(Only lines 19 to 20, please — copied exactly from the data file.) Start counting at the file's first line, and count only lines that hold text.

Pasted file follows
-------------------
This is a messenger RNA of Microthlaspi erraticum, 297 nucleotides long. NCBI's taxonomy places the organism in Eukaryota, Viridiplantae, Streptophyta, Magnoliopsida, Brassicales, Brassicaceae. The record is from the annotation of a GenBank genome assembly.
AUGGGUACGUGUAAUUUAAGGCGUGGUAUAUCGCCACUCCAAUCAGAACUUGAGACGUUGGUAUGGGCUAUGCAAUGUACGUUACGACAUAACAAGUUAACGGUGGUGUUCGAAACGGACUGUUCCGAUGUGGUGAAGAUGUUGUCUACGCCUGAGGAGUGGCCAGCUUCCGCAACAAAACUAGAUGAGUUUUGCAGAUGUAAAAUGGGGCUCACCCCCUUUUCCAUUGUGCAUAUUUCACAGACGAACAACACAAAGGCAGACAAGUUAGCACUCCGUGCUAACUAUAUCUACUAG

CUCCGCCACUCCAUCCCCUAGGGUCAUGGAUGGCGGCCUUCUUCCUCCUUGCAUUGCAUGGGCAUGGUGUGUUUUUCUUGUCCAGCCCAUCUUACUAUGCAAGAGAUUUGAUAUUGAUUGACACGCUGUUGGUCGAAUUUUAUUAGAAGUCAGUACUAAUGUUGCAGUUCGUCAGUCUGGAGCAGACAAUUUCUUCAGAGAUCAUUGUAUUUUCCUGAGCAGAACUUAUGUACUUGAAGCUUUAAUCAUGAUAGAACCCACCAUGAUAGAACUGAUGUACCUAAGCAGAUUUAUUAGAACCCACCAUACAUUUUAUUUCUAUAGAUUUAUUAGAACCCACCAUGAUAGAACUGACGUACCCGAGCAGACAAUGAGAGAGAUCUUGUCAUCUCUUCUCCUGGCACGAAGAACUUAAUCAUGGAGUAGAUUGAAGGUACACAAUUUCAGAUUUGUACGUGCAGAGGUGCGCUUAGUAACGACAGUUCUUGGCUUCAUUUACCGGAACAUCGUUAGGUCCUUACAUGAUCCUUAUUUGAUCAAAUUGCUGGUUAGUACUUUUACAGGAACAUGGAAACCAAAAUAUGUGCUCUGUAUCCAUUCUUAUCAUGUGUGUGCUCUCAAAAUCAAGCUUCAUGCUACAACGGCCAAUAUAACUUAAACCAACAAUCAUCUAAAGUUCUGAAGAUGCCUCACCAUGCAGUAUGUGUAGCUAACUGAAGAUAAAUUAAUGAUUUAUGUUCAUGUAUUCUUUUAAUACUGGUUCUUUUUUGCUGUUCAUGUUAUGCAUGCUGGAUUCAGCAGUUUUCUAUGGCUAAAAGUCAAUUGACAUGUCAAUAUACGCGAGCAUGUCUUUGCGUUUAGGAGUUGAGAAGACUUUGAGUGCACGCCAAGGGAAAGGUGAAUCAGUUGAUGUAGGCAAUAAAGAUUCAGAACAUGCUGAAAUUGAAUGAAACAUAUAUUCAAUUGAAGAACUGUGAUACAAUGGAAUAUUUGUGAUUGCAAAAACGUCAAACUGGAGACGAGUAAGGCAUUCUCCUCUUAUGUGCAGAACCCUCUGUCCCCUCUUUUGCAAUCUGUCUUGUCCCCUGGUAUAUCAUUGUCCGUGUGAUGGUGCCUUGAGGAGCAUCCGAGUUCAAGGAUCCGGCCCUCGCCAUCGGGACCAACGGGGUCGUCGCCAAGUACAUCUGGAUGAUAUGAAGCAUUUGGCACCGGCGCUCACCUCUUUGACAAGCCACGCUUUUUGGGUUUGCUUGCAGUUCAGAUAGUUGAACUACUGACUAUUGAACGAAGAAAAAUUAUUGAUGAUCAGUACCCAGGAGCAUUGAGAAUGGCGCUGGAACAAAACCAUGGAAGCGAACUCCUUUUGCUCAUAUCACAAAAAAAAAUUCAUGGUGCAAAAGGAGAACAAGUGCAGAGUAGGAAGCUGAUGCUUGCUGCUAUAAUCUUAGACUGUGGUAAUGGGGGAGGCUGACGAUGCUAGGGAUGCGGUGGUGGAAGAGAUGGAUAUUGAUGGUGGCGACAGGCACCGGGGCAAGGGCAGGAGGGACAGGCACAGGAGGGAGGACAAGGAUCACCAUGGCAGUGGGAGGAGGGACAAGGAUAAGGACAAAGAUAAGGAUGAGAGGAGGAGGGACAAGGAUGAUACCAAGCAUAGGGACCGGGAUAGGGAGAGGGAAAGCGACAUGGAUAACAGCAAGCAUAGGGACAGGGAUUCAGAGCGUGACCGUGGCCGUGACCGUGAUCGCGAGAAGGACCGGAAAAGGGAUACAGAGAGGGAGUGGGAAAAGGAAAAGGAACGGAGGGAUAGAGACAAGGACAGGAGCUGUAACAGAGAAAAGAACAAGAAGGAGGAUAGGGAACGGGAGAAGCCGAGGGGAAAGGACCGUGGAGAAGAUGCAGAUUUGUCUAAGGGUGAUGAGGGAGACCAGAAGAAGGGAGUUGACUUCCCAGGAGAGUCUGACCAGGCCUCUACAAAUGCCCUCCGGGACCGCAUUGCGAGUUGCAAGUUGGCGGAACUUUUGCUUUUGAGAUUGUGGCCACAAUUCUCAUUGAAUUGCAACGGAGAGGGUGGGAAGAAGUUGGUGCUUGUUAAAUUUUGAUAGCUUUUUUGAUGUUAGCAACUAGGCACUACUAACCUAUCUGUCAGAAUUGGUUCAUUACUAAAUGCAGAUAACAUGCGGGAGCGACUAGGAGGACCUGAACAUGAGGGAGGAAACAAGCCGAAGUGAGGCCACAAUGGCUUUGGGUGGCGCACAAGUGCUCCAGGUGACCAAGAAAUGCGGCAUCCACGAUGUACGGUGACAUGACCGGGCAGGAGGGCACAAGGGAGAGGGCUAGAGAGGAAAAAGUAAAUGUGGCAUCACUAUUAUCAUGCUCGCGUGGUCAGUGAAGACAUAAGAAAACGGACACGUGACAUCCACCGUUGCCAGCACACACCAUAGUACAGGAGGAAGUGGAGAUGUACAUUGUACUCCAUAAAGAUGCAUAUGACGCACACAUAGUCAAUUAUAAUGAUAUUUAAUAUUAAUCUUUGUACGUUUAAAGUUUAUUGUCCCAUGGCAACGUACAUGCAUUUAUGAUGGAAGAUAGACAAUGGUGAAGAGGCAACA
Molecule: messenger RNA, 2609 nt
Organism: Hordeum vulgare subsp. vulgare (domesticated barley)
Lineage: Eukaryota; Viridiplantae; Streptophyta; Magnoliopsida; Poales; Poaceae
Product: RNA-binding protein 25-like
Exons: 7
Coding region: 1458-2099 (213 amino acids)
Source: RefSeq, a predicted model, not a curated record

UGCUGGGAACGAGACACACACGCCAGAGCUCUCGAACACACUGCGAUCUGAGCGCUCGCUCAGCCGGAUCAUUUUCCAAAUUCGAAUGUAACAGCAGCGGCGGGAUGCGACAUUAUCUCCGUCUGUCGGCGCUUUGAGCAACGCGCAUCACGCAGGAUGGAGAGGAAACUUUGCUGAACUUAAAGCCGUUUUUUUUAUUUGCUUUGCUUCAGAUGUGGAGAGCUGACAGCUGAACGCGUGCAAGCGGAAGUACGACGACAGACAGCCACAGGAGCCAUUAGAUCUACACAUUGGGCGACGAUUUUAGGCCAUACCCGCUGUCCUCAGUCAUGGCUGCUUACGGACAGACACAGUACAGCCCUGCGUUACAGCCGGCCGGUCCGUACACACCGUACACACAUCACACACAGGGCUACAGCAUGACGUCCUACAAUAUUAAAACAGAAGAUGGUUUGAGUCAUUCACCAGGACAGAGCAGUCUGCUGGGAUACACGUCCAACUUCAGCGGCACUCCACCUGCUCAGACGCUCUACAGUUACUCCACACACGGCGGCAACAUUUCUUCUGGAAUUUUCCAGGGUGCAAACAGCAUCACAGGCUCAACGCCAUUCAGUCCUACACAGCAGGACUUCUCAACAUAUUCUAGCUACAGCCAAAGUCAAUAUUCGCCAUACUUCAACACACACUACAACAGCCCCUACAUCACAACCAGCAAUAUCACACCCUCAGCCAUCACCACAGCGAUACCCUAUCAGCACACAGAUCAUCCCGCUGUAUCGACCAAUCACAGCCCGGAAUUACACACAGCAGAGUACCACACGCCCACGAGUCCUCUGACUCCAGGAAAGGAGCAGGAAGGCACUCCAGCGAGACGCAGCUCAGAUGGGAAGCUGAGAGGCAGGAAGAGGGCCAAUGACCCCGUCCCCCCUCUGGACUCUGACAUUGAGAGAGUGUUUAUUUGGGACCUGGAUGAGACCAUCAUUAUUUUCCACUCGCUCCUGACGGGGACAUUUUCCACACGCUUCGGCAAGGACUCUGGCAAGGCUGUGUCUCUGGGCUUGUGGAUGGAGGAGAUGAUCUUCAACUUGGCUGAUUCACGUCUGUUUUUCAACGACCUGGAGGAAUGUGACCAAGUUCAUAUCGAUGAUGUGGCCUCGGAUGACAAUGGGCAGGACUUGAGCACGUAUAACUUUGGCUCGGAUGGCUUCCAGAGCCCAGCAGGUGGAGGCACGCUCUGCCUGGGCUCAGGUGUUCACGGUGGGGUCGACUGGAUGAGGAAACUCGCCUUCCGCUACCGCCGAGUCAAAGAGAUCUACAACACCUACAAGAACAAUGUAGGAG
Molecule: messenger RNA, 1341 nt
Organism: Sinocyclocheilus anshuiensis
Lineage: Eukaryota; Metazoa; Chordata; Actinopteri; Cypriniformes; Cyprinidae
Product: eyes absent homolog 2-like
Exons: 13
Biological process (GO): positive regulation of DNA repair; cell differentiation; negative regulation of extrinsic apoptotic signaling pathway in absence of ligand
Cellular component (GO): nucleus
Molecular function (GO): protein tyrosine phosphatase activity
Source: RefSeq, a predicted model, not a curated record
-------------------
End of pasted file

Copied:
Molecular function (GO): protein tyrosine phosphatase activity
Source: RefSeq, a predicted model, not a curated record